“Kumokiri Katana 1060 Series”
In the Heike Monogatari, when Yorimitsu suffered from malaria, and lay on a bed, a strange monk who was 7 shaku (about 2.1 meters) tall appeared, released some rope, and tried to capture him. Yorimitsu, despite his sickness, cut him with his famous sword, the Hizamaru, causing the monk to flee. The next day, Yorimitsu led his Four Guardian Kings to chase after the blood trail of the monk, and arrived at a mound behind Kitano jinja where there was a large spider that was 4 shaku wide (about 1.2 meters). Yorimitsu and the others caught it, pierced it with an iron skewer, and exposed it to a riverbed. Yorimitsu’s illness left him immediately, and the sword that cut the spider was from then on called the Kumo-kiri (spider-cutter). The true identity of this tsuchigumo was said to be an onryō of the aforementioned local clan defeated by Emperor Jimmu. This tale is also known from the very fifth noh, “Tsuchigumo.”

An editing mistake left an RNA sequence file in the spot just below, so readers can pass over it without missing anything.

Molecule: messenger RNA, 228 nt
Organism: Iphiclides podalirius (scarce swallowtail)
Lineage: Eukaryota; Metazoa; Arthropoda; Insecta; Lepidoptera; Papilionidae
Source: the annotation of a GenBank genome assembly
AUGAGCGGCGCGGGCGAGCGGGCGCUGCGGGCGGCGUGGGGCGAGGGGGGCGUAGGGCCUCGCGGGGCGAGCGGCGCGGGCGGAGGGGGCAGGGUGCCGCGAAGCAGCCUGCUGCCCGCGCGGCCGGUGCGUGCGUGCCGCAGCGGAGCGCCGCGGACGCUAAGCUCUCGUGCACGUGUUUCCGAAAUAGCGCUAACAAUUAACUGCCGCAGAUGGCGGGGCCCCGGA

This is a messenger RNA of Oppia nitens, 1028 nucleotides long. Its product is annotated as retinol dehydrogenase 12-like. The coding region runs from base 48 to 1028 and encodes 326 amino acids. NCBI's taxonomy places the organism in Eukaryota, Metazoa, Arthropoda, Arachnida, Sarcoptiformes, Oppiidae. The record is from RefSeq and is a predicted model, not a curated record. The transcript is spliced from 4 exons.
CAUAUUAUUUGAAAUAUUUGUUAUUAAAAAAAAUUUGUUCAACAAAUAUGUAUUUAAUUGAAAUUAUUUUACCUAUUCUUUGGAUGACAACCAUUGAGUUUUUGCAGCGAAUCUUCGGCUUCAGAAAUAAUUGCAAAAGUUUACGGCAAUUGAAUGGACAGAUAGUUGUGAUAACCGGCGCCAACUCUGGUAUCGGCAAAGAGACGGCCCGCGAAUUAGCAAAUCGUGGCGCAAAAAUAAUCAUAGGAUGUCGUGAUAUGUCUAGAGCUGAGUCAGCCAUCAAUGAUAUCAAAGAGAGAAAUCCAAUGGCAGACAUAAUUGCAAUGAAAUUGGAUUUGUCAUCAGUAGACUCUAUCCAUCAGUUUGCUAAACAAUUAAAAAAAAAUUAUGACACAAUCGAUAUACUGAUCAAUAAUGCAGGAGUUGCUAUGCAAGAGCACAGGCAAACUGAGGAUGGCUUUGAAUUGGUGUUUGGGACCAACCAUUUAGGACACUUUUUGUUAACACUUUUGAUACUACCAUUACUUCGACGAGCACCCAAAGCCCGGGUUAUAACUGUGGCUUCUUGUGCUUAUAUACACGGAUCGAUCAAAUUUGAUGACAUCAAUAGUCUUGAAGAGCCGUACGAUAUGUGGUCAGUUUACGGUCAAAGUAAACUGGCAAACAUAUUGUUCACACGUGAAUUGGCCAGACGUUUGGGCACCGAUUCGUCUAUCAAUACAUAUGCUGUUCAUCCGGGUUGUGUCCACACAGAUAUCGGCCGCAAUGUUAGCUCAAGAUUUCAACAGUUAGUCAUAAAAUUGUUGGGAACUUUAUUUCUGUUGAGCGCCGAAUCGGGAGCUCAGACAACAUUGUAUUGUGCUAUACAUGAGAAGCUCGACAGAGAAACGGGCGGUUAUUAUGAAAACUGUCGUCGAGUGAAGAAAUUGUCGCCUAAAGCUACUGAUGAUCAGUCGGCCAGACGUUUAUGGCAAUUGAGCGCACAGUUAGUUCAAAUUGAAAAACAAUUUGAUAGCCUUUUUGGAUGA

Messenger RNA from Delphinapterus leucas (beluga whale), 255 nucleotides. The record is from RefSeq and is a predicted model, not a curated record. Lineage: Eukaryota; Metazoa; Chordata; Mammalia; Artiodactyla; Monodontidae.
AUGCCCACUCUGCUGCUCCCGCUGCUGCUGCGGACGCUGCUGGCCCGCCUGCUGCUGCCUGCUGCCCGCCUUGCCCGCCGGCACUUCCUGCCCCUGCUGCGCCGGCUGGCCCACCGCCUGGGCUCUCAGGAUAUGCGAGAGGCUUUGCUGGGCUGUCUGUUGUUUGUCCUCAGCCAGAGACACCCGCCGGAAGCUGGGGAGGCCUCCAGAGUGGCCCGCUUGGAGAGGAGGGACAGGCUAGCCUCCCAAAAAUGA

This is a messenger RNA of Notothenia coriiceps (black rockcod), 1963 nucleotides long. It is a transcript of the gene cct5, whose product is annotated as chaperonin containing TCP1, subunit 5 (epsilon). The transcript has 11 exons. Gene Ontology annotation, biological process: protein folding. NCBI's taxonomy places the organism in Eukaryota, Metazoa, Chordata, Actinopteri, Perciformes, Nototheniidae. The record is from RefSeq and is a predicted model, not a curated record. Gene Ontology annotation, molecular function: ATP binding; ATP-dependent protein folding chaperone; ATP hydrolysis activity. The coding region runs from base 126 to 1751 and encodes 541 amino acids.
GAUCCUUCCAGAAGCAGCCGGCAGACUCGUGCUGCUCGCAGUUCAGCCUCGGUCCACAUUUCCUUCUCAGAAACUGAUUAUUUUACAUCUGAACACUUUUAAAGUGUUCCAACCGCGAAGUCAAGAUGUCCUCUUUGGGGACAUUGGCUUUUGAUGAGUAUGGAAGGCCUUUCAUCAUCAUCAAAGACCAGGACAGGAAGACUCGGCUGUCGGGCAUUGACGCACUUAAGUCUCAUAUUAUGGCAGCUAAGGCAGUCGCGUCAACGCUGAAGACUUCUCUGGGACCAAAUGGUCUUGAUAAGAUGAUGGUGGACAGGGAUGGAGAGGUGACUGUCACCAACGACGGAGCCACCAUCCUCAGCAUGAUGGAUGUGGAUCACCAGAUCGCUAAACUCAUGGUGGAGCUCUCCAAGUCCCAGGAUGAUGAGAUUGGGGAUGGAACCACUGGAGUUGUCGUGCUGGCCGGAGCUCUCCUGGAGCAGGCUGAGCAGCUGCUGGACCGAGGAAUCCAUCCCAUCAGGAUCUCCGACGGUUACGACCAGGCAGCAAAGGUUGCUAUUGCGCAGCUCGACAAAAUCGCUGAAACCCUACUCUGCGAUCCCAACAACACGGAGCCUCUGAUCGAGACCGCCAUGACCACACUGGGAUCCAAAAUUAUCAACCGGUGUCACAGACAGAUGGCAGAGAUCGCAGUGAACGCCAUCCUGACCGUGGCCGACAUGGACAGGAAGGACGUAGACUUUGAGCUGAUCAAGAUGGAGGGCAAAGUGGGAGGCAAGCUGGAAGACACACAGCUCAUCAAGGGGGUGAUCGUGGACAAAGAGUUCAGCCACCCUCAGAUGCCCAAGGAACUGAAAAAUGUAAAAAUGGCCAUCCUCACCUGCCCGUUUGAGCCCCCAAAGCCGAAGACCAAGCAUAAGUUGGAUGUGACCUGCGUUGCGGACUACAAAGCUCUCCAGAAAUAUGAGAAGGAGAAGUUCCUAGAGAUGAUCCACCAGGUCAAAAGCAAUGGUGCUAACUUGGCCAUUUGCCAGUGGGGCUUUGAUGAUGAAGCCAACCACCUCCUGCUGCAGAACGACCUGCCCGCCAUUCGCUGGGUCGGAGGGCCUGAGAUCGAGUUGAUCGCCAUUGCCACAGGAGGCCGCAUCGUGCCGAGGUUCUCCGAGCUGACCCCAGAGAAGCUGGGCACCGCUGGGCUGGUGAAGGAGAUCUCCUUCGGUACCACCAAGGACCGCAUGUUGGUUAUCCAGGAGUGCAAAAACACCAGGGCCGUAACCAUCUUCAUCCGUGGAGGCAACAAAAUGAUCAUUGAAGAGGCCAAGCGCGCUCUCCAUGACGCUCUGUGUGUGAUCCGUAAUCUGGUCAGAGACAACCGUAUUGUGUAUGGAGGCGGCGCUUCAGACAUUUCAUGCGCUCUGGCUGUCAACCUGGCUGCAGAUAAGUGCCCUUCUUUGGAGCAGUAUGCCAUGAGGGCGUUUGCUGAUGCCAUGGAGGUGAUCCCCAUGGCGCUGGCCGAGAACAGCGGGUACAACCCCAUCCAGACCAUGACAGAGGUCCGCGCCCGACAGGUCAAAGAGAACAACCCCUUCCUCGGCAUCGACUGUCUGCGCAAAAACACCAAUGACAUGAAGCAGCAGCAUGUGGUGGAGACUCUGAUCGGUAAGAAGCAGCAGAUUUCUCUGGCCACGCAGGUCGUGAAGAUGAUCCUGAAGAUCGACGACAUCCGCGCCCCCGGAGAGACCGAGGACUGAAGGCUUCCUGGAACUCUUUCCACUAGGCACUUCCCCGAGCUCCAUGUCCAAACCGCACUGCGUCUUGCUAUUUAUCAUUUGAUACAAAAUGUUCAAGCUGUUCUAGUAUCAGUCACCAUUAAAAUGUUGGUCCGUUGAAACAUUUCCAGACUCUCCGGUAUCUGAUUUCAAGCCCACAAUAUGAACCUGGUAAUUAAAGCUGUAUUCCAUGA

The tsuba made of blackened iron was based on an Edo period tsuba which features a spider on its web. We chose this design to represent the Tsuchigumo, and the whole sword itself as Yorimitsu’s Kumo-kiri. The sword cutting the yokai may be a legend, but this sword with a blade made of through-hardened 1060 carbon steel can definitely cut bamboo, a traditional target in tameshigiri. This cutting target is represented by the brass menuki, having bamboo leaves design. The simple fuchi-kashira are also made of blackened iron to complement the tsuba. The habaki features a “neko-gaki” or cat scratch pattern (also called falling rain) which is usually seen on nihonto with high quality koshirae (sword fittings).
The Kumokiri Katana has a matching wakizashi making them a daisho.